Since recently doing research on past and present studies on child psychology, child development, and the way children learn, I have been extremely interested in what motivates children to learn. Actually, I have been interested in it longer than that; I have watched as children in my own class have seemed bored or listless, fighting over the same toys for lack of anything better to do, and have seemed bored or talkative during circle times.
I have completely changed my approach to each of these areas, making each optional for the children rather than mandatory. I have even made art optional and more child-directed; I set out the supplies and stand as a guide and the children can come do their art however they wish. Since I have three-year-olds in my class, more guidance is required than would be for a six-year-old or even a four-year-old class, but when the children sit down to do their art now, they are engaged because they made the choice to do art. Just yesterday I sat and watched a boy cut paper with scissors for over an hour, watching the way his hands worked the scissors and trying to figure out the best and most effective way to cut the paper. It is moments like these that make my job worth it – the moments of watching a child explore and discover and show in many ways the fact that they are learning, even if they don’t have a teacher there to tell them what to do all of the time.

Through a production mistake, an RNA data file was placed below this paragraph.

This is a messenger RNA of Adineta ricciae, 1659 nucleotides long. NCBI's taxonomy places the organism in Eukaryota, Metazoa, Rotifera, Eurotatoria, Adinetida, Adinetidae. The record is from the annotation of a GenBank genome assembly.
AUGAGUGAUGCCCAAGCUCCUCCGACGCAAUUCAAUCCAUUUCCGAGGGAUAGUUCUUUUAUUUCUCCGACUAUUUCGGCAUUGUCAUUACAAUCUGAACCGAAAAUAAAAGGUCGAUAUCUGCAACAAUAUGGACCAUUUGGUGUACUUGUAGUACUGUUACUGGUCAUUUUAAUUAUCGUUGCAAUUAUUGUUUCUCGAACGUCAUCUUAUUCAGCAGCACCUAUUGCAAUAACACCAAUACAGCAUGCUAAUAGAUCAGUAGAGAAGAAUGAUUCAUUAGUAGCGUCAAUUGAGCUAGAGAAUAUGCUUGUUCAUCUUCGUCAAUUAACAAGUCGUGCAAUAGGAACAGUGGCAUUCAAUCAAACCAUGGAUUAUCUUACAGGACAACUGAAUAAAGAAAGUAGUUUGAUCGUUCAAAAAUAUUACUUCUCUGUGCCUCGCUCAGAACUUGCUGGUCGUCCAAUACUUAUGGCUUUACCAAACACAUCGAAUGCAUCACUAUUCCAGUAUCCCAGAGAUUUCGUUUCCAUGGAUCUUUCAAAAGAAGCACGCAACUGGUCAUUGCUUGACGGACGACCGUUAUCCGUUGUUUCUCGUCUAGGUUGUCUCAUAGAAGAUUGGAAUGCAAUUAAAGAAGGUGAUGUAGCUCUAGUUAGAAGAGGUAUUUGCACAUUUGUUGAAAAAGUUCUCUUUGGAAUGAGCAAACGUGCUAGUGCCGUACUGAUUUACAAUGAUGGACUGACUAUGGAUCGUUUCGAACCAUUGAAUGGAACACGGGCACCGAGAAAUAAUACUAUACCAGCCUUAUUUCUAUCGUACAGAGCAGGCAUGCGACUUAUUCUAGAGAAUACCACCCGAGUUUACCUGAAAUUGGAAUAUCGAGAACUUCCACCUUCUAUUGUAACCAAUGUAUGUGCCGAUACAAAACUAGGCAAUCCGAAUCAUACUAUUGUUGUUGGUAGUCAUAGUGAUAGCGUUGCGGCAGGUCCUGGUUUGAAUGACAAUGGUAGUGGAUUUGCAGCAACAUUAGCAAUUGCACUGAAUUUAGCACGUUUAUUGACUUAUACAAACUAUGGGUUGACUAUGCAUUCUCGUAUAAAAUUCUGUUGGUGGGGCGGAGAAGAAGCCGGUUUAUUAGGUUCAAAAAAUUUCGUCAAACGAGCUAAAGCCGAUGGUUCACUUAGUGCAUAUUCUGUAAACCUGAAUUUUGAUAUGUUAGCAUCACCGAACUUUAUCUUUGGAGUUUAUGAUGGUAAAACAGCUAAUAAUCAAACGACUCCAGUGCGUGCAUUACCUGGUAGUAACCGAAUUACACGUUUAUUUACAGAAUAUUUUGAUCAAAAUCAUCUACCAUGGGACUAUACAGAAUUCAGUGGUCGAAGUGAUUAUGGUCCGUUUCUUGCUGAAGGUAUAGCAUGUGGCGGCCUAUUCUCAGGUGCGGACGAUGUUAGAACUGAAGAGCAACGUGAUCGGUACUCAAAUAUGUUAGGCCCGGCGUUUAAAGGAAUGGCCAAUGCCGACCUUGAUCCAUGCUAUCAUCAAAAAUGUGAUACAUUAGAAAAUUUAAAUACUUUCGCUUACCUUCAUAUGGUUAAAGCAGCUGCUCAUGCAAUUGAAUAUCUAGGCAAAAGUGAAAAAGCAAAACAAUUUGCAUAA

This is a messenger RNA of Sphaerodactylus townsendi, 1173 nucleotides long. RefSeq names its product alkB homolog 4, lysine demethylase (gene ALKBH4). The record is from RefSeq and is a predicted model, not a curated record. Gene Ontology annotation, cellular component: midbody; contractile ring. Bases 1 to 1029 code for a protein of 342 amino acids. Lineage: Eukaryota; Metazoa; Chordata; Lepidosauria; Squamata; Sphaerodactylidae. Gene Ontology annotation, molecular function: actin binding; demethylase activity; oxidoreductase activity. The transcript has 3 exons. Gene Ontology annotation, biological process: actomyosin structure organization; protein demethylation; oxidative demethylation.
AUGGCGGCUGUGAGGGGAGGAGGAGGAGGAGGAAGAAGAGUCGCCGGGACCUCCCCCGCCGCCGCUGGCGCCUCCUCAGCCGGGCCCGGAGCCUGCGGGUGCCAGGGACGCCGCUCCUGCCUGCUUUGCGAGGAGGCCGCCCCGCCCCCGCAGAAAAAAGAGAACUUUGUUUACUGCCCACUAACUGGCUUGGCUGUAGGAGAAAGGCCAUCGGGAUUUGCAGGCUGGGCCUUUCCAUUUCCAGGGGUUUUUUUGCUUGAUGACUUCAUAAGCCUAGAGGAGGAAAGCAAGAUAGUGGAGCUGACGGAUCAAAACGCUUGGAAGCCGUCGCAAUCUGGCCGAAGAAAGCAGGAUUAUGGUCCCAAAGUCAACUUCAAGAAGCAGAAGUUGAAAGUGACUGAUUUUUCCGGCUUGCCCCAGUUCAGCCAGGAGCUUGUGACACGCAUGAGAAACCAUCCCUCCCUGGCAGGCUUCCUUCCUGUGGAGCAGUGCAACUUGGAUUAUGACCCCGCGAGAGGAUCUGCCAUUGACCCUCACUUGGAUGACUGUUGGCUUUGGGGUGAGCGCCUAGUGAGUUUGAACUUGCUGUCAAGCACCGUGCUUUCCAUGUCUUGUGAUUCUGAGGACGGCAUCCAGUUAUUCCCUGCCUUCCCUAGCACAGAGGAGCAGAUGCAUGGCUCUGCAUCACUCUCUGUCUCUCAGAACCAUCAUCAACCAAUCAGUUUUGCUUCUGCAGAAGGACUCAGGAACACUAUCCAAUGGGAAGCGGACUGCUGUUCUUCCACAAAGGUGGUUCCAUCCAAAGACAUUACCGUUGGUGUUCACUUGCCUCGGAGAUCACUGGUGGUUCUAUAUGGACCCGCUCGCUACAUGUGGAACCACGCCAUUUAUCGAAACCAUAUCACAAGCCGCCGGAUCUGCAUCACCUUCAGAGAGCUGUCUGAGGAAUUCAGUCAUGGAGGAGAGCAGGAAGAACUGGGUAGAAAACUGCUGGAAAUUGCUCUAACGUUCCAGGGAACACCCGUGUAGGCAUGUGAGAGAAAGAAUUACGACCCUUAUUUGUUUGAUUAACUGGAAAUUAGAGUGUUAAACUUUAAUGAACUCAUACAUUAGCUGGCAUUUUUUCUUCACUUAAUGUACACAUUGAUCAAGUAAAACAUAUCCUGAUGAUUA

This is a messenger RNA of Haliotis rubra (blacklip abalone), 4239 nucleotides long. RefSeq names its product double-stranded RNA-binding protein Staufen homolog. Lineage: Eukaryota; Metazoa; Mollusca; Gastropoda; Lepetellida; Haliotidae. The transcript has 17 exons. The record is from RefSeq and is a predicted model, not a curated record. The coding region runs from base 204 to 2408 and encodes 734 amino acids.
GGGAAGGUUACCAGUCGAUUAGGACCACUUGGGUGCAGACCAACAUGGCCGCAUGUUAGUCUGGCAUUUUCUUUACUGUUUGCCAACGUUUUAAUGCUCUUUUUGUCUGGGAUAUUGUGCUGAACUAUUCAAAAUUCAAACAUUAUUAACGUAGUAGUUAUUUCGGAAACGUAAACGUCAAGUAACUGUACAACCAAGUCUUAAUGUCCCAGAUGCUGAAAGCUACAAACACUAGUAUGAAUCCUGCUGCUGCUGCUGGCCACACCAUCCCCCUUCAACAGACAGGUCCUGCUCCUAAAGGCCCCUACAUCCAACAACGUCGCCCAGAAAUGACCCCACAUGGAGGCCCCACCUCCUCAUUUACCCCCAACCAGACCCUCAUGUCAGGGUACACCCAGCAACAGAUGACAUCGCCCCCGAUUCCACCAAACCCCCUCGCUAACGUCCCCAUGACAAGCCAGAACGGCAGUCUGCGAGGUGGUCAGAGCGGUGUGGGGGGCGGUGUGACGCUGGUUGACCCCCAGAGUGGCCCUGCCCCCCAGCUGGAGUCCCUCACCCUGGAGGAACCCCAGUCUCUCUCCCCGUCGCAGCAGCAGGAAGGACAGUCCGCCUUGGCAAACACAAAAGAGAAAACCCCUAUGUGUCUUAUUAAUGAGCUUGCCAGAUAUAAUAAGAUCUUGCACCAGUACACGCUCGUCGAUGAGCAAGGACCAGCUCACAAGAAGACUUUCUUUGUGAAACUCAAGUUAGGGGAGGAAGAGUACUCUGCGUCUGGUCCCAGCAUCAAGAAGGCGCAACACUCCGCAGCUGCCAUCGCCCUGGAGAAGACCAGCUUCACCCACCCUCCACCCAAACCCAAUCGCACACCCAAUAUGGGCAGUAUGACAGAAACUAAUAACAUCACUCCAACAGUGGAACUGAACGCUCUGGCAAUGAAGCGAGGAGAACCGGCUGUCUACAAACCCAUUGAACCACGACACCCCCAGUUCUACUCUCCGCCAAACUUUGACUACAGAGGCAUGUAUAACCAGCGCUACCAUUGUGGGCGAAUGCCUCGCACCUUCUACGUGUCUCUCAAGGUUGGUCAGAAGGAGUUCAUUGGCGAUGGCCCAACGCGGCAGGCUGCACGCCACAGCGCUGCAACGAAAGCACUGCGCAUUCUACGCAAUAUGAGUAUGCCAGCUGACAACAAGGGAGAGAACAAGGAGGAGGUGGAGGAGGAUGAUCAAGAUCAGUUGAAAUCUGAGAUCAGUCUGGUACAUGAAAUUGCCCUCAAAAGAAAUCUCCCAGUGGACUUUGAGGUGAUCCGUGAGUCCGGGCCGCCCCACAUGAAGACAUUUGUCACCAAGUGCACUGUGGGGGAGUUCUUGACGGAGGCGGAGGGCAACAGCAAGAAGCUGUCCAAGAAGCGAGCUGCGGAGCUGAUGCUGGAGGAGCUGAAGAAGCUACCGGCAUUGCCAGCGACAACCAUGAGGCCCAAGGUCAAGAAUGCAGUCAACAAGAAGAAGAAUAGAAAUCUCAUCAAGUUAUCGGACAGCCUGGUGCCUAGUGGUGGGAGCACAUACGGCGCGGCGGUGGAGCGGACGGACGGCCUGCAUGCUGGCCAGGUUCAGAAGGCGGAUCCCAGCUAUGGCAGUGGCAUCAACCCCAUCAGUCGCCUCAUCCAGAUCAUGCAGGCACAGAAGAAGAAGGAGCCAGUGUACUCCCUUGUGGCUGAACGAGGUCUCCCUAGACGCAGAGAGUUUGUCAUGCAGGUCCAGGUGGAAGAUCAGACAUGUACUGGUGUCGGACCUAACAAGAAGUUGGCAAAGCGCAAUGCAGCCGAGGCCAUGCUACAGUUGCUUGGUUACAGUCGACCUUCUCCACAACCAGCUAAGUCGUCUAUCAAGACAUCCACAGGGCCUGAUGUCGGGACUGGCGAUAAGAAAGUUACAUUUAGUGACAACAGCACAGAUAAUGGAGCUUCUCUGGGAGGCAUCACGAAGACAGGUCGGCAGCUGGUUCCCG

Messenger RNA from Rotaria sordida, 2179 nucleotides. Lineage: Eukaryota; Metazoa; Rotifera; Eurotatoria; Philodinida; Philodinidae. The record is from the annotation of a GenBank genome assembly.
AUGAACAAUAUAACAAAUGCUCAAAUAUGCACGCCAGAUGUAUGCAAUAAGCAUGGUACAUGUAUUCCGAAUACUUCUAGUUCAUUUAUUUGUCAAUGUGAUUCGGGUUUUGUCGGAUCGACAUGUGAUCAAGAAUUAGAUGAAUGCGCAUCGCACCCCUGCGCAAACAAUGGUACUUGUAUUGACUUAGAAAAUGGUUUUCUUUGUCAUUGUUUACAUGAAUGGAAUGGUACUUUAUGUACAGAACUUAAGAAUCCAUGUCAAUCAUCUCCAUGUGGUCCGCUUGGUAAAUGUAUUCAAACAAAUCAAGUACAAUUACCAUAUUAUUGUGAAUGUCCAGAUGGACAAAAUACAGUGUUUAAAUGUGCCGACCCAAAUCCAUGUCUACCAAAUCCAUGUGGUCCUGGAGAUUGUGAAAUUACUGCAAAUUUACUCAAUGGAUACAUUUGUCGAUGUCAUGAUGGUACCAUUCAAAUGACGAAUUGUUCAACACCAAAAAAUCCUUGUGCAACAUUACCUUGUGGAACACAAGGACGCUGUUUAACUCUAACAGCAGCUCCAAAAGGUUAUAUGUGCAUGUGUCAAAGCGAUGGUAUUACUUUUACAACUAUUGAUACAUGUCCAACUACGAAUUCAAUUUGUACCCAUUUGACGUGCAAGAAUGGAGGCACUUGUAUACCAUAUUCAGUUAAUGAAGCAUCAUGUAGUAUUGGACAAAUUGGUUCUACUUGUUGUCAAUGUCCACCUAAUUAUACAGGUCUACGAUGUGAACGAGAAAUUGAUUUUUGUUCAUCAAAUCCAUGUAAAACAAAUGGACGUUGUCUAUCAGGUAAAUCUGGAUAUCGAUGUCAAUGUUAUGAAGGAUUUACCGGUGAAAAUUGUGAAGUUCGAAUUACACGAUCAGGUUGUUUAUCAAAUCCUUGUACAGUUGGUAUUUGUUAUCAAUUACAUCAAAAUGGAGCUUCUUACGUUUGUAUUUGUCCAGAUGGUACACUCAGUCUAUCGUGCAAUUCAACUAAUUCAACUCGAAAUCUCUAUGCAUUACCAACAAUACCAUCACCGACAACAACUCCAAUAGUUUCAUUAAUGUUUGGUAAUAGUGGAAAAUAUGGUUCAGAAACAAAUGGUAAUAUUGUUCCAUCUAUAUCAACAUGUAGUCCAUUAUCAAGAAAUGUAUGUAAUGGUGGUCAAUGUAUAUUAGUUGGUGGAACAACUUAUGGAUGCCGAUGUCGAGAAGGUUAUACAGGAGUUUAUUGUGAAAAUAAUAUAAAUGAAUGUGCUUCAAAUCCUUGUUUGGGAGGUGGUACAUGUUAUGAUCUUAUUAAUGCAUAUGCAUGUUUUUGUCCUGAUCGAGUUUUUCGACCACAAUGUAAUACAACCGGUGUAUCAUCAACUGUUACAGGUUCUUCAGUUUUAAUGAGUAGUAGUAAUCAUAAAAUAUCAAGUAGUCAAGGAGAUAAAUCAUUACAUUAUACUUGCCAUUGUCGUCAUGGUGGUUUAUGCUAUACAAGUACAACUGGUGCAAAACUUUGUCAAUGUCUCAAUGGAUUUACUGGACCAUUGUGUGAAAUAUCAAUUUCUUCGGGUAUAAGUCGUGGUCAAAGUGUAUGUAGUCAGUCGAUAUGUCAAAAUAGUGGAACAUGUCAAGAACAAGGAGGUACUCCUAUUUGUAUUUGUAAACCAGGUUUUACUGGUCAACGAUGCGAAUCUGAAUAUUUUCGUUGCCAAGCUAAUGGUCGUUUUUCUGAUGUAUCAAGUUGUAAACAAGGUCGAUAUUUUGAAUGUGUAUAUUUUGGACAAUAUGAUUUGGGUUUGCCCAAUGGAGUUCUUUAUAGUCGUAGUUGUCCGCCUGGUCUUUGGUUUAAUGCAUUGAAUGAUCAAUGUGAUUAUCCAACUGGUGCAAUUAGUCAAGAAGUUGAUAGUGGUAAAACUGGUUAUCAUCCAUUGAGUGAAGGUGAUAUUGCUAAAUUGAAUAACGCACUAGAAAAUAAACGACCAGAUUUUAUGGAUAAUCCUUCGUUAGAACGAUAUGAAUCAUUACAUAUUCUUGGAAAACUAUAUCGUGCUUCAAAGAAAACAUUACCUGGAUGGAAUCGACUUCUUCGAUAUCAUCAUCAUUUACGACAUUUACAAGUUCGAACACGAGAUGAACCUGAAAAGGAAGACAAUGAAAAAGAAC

So after that experience, added to the research I have recently been doing, I was delighted to come across this blog post talking about motivation. I hope that you enjoy it as much as I did!